• Dance
    We’re not talking fine ballet or Arthur Murray ballroom technique. Just get kids off the sofa and moving around to their favorite music! The fast-paced, colorful dance-along videos from GoNoodle are one resource you can use.
  • Relay Races
    Challenge kids to move across a large indoor space or even down a hallway crawling and jumping like different kinds of animals. The crab crawl, the frog jump, the snake slither—be sure to ask children for their suggestions, too!

Cleaning House Can Be Occupational Therapy for Children, Too

ot activities for kidsOK, keeping the house clean might not be as much fun as leaping around the living room. But if you’re looking for more ways to keep kids occupied, don’t overlook how you can involve them in the household’s day-to-day activities:

  • Can they help you cook?
  • Can they water the plants?
  • Can they earn some allowance by cleaning particular rooms (especially their own)?
  • Can they sort the laundry?

Here are some activities that promote fine motor skills, increase strength, and provide needed sensory input, all while helping you keep up with daily tasks:

  • Pulling the trigger of a spray bottle to water plants strengthens finger and hand muscles.
  • Squeezing out a sponge after scrubbing dirty surfaces works the fingers and hand well, too.
  • Stirring batter, kneading dough, and scooping ingredients all help strengthen fingers, and cooking and baking promote motor planning and completing multi-step tasks.

If kids need deep pressure or calming sensory input, consider some heavier work such as:

  • Mopping the floor, or carrying the bucket full of water to be used in mopping.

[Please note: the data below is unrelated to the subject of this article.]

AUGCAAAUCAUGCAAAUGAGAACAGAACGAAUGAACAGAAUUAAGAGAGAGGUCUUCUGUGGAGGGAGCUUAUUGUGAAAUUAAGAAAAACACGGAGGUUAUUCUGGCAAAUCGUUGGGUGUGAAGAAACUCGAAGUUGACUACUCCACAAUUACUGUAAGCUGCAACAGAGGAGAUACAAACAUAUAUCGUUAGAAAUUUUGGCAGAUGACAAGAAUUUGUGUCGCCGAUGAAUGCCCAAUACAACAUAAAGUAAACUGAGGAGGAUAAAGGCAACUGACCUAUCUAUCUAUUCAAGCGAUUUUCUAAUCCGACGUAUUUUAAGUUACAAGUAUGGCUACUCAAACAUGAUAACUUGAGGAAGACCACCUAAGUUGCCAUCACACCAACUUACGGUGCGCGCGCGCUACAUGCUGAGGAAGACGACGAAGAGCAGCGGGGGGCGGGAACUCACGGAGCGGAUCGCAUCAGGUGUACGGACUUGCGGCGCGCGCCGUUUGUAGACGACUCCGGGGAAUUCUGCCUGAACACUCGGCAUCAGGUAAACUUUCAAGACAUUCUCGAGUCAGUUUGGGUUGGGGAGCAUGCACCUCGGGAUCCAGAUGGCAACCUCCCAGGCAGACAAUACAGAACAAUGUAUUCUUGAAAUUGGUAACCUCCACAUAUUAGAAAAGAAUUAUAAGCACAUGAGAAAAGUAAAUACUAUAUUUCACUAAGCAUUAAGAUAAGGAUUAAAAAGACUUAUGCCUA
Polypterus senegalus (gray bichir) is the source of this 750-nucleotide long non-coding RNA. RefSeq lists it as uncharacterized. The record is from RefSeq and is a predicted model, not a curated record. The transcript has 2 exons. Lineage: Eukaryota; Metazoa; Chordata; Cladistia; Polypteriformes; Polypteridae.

• Vacuuming the carpets.
  • Carrying loaded laundry baskets up or down the stairs, or pushing them from one room to the next.
  • Loading the dishwasher.
  • Washing and/or drying dishes by hand.

Fine-Tuning Fine Motor Skills in Fun Ways

You can find so many fun ways to help kids build their fine motor and visual motor skills over the summer, they won’t know they’re “working!”

Here are some ideas for continuing to build fine motor and visual motor strength over the summer months:

  • Build structures with building toys like LEGO® bricks, Squigz® suction cup toys, and K’NEX®  construction sets.
  • Hide small objects in playdough (for younger kids) or therapy putty (for older ones), challenging children to find them, pull them out, and then hide them for you!
  • Thread plastic beads or dry pasta on string, yarn, or plastic cord to make necklaces, wristlets, and anklets.
  • Trace pictures, shapes, letters, and numbers on store-bought lacing cards, or make your own.
  • Pick up small, fuzzy pom-poms or beads with tweezers or clothespins, and drop them in a cup, bin, or empty egg carton.

And don’t ever underestimate kids’ creative ability when turned loose with just the basics: crayons, markers, construction paper, scissors, tape, glue—and their imaginations!

Making Slime in the Good Ol’ Summertime

We’ve saved one of our favorite D.I.Y. occupational therapy activities for last. You can make slime any time, but summer vacation seems extra ideal for this great, gooey creation! Making slime engages the sensory system, builds fine motor strength, and promotes participation and completion of multi-step activities.

You’ll find plenty of websites with recipes and instructions. That’s because slime is one of if not the most requested OT activities among kids of all ages, from elementary to high school. Don’t you dare have a slime-free summer—the children may never forgive you!

Kids Don’t Need to Take a Break from Skill and Strength Growth!

As you can see, there’s no reason taking a summer vacation from school-based occupational therapy activities must mean taking a vacation from making progress on the skills OT targets.

Not only do kids not have to lose ground—they can break new ground in motor skills, coordination, body awareness, sensory processing, and more when you help them take advantage of the growth opportunities summer naturally provides.

Suggesting summertime OT activities for kids is only one way we at PTS do more good for students with disabilities and disorders. To discover more about us and how we’re transforming special education and related services in school districts across the greater Philadelphia region, give us a call at 610-941-7020 or explore our website.